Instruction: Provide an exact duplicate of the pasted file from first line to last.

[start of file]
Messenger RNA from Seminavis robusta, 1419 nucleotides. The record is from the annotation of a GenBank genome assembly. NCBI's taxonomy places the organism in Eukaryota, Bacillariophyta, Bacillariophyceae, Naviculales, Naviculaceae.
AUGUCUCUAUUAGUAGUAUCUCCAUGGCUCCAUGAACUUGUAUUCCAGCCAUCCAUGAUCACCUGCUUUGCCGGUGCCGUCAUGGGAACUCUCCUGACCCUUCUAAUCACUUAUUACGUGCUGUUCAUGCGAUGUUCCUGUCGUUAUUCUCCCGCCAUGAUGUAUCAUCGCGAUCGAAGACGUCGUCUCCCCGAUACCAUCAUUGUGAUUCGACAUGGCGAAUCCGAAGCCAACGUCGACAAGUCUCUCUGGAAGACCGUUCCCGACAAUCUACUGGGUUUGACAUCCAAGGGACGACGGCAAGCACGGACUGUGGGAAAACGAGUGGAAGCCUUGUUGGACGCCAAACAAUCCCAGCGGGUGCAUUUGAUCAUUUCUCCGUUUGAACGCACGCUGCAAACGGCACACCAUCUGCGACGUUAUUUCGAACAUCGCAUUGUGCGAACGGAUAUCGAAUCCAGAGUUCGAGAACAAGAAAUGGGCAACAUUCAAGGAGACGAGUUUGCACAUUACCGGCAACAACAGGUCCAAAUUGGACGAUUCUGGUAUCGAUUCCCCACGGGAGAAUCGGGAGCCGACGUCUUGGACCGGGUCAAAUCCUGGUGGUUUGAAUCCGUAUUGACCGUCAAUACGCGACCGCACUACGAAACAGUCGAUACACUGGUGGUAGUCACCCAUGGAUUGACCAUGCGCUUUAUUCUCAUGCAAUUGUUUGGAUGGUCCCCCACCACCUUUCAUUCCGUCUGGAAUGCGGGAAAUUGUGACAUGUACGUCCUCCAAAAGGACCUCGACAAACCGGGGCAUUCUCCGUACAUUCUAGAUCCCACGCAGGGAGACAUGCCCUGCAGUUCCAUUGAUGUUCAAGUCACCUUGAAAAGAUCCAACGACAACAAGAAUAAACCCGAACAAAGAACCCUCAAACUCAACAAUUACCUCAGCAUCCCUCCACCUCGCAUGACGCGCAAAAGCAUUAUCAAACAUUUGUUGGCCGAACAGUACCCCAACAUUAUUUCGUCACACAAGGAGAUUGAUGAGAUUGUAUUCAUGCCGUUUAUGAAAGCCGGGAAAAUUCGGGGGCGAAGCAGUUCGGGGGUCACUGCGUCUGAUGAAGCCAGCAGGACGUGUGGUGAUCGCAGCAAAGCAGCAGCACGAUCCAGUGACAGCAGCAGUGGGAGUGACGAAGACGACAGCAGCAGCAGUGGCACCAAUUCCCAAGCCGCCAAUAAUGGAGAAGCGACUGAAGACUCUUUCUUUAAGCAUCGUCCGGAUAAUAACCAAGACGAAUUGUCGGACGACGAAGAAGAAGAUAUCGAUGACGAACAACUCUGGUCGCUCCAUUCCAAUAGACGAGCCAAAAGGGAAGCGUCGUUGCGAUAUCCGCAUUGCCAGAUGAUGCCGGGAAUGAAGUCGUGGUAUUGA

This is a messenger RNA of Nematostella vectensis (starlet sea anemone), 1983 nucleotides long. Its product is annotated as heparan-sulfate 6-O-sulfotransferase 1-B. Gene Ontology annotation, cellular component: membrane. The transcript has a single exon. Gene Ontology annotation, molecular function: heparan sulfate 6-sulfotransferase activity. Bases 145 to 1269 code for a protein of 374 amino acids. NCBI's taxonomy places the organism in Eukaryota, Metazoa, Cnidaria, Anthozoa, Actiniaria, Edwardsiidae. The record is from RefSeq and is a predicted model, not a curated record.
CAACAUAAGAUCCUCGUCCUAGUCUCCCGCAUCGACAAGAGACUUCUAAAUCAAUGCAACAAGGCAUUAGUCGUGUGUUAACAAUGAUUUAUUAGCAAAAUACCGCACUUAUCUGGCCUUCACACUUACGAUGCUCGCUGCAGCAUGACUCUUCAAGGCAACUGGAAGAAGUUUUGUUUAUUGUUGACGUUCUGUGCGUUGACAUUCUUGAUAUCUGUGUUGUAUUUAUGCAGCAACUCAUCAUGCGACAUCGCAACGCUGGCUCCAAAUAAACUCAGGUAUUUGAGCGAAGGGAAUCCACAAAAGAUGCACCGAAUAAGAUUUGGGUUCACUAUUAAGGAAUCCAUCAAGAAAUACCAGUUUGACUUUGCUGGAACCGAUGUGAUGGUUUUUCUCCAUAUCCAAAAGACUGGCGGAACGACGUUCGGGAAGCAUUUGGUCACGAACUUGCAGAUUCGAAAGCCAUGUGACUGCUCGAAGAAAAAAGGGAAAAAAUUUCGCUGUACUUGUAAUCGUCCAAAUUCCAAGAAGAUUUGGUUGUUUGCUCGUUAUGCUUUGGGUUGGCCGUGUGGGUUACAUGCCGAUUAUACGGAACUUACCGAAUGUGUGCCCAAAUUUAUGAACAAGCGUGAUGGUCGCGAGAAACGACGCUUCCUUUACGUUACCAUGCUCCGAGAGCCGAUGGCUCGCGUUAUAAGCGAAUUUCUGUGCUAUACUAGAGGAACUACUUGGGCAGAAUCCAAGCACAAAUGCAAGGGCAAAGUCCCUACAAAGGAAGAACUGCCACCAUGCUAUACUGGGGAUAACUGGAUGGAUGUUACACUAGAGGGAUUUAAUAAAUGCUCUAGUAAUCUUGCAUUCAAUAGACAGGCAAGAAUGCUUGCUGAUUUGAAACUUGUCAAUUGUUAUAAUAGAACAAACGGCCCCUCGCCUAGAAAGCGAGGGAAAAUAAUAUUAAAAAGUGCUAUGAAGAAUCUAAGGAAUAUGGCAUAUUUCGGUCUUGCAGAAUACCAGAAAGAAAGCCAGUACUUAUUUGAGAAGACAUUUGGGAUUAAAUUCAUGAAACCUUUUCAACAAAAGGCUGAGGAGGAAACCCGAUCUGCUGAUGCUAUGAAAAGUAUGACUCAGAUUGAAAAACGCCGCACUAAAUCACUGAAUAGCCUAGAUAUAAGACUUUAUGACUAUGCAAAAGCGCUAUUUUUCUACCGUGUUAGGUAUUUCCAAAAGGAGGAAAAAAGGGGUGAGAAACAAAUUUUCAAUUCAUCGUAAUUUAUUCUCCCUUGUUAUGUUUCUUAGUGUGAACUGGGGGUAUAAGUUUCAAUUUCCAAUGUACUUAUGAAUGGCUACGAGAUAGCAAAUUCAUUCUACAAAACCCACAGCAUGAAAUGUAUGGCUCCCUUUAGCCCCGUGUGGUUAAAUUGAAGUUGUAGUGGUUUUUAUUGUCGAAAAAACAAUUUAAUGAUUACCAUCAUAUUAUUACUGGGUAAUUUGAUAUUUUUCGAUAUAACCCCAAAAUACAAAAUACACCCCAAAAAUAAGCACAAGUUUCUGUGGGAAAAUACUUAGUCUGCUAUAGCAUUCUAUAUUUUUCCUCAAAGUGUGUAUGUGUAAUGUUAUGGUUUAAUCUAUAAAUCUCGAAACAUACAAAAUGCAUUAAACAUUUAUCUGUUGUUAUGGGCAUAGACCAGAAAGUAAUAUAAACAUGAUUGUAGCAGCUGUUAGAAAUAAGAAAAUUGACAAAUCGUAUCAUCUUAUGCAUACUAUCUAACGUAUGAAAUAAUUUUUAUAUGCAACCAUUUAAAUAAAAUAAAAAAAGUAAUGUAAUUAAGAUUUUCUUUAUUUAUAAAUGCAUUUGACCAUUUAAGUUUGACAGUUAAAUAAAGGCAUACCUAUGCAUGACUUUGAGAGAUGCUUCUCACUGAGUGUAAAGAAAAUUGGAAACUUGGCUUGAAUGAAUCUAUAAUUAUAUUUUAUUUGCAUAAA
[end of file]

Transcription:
Messenger RNA from Seminavis robusta, 1419 nucleotides. The record is from the annotation of a GenBank genome assembly. NCBI's taxonomy places the organism in Eukaryota, Bacillariophyta, Bacillariophyceae, Naviculales, Naviculaceae.
AUGUCUCUAUUAGUAGUAUCUCCAUGGCUCCAUGAACUUGUAUUCCAGCCAUCCAUGAUCACCUGCUUUGCCGGUGCCGUCAUGGGAACUCUCCUGACCCUUCUAAUCACUUAUUACGUGCUGUUCAUGCGAUGUUCCUGUCGUUAUUCUCCCGCCAUGAUGUAUCAUCGCGAUCGAAGACGUCGUCUCCCCGAUACCAUCAUUGUGAUUCGACAUGGCGAAUCCGAAGCCAACGUCGACAAGUCUCUCUGGAAGACCGUUCCCGACAAUCUACUGGGUUUGACAUCCAAGGGACGACGGCAAGCACGGACUGUGGGAAAACGAGUGGAAGCCUUGUUGGACGCCAAACAAUCCCAGCGGGUGCAUUUGAUCAUUUCUCCGUUUGAACGCACGCUGCAAACGGCACACCAUCUGCGACGUUAUUUCGAACAUCGCAUUGUGCGAACGGAUAUCGAAUCCAGAGUUCGAGAACAAGAAAUGGGCAACAUUCAAGGAGACGAGUUUGCACAUUACCGGCAACAACAGGUCCAAAUUGGACGAUUCUGGUAUCGAUUCCCCACGGGAGAAUCGGGAGCCGACGUCUUGGACCGGGUCAAAUCCUGGUGGUUUGAAUCCGUAUUGACCGUCAAUACGCGACCGCACUACGAAACAGUCGAUACACUGGUGGUAGUCACCCAUGGAUUGACCAUGCGCUUUAUUCUCAUGCAAUUGUUUGGAUGGUCCCCCACCACCUUUCAUUCCGUCUGGAAUGCGGGAAAUUGUGACAUGUACGUCCUCCAAAAGGACCUCGACAAACCGGGGCAUUCUCCGUACAUUCUAGAUCCCACGCAGGGAGACAUGCCCUGCAGUUCCAUUGAUGUUCAAGUCACCUUGAAAAGAUCCAACGACAACAAGAAUAAACCCGAACAAAGAACCCUCAAACUCAACAAUUACCUCAGCAUCCCUCCACCUCGCAUGACGCGCAAAAGCAUUAUCAAACAUUUGUUGGCCGAACAGUACCCCAACAUUAUUUCGUCACACAAGGAGAUUGAUGAGAUUGUAUUCAUGCCGUUUAUGAAAGCCGGGAAAAUUCGGGGGCGAAGCAGUUCGGGGGUCACUGCGUCUGAUGAAGCCAGCAGGACGUGUGGUGAUCGCAGCAAAGCAGCAGCACGAUCCAGUGACAGCAGCAGUGGGAGUGACGAAGACGACAGCAGCAGCAGUGGCACCAAUUCCCAAGCCGCCAAUAAUGGAGAAGCGACUGAAGACUCUUUCUUUAAGCAUCGUCCGGAUAAUAACCAAGACGAAUUGUCGGACGACGAAGAAGAAGAUAUCGAUGACGAACAACUCUGGUCGCUCCAUUCCAAUAGACGAGCCAAAAGGGAAGCGUCGUUGCGAUAUCCGCAUUGCCAGAUGAUGCCGGGAAUGAAGUCGUGGUAUUGA

This is a messenger RNA of Nematostella vectensis (starlet sea anemone), 1983 nucleotides long. Its product is annotated as heparan-sulfate 6-O-sulfotransferase 1-B. Gene Ontology annotation, cellular component: membrane. The transcript has a single exon. Gene Ontology annotation, molecular function: heparan sulfate 6-sulfotransferase activity. Bases 145 to 1269 code for a protein of 374 amino acids. NCBI's taxonomy places the organism in Eukaryota, Metazoa, Cnidaria, Anthozoa, Actiniaria, Edwardsiidae. The record is from RefSeq and is a predicted model, not a curated record.
CAACAUAAGAUCCUCGUCCUAGUCUCCCGCAUCGACAAGAGACUUCUAAAUCAAUGCAACAAGGCAUUAGUCGUGUGUUAACAAUGAUUUAUUAGCAAAAUACCGCACUUAUCUGGCCUUCACACUUACGAUGCUCGCUGCAGCAUGACUCUUCAAGGCAACUGGAAGAAGUUUUGUUUAUUGUUGACGUUCUGUGCGUUGACAUUCUUGAUAUCUGUGUUGUAUUUAUGCAGCAACUCAUCAUGCGACAUCGCAACGCUGGCUCCAAAUAAACUCAGGUAUUUGAGCGAAGGGAAUCCACAAAAGAUGCACCGAAUAAGAUUUGGGUUCACUAUUAAGGAAUCCAUCAAGAAAUACCAGUUUGACUUUGCUGGAACCGAUGUGAUGGUUUUUCUCCAUAUCCAAAAGACUGGCGGAACGACGUUCGGGAAGCAUUUGGUCACGAACUUGCAGAUUCGAAAGCCAUGUGACUGCUCGAAGAAAAAAGGGAAAAAAUUUCGCUGUACUUGUAAUCGUCCAAAUUCCAAGAAGAUUUGGUUGUUUGCUCGUUAUGCUUUGGGUUGGCCGUGUGGGUUACAUGCCGAUUAUACGGAACUUACCGAAUGUGUGCCCAAAUUUAUGAACAAGCGUGAUGGUCGCGAGAAACGACGCUUCCUUUACGUUACCAUGCUCCGAGAGCCGAUGGCUCGCGUUAUAAGCGAAUUUCUGUGCUAUACUAGAGGAACUACUUGGGCAGAAUCCAAGCACAAAUGCAAGGGCAAAGUCCCUACAAAGGAAGAACUGCCACCAUGCUAUACUGGGGAUAACUGGAUGGAUGUUACACUAGAGGGAUUUAAUAAAUGCUCUAGUAAUCUUGCAUUCAAUAGACAGGCAAGAAUGCUUGCUGAUUUGAAACUUGUCAAUUGUUAUAAUAGAACAAACGGCCCCUCGCCUAGAAAGCGAGGGAAAAUAAUAUUAAAAAGUGCUAUGAAGAAUCUAAGGAAUAUGGCAUAUUUCGGUCUUGCAGAAUACCAGAAAGAAAGCCAGUACUUAUUUGAGAAGACAUUUGGGAUUAAAUUCAUGAAACCUUUUCAACAAAAGGCUGAGGAGGAAACCCGAUCUGCUGAUGCUAUGAAAAGUAUGACUCAGAUUGAAAAACGCCGCACUAAAUCACUGAAUAGCCUAGAUAUAAGACUUUAUGACUAUGCAAAAGCGCUAUUUUUCUACCGUGUUAGGUAUUUCCAAAAGGAGGAAAAAAGGGGUGAGAAACAAAUUUUCAAUUCAUCGUAAUUUAUUCUCCCUUGUUAUGUUUCUUAGUGUGAACUGGGGGUAUAAGUUUCAAUUUCCAAUGUACUUAUGAAUGGCUACGAGAUAGCAAAUUCAUUCUACAAAACCCACAGCAUGAAAUGUAUGGCUCCCUUUAGCCCCGUGUGGUUAAAUUGAAGUUGUAGUGGUUUUUAUUGUCGAAAAAACAAUUUAAUGAUUACCAUCAUAUUAUUACUGGGUAAUUUGAUAUUUUUCGAUAUAACCCCAAAAUACAAAAUACACCCCAAAAAUAAGCACAAGUUUCUGUGGGAAAAUACUUAGUCUGCUAUAGCAUUCUAUAUUUUUCCUCAAAGUGUGUAUGUGUAAUGUUAUGGUUUAAUCUAUAAAUCUCGAAACAUACAAAAUGCAUUAAACAUUUAUCUGUUGUUAUGGGCAUAGACCAGAAAGUAAUAUAAACAUGAUUGUAGCAGCUGUUAGAAAUAAGAAAAUUGACAAAUCGUAUCAUCUUAUGCAUACUAUCUAACGUAUGAAAUAAUUUUUAUAUGCAACCAUUUAAAUAAAAUAAAAAAAGUAAUGUAAUUAAGAUUUUCUUUAUUUAUAAAUGCAUUUGACCAUUUAAGUUUGACAGUUAAAUAAAGGCAUACCUAUGCAUGACUUUGAGAGAUGCUUCUCACUGAGUGUAAAGAAAAUUGGAAACUUGGCUUGAAUGAAUCUAUAAUUAUAUUUUAUUUGCAUAAA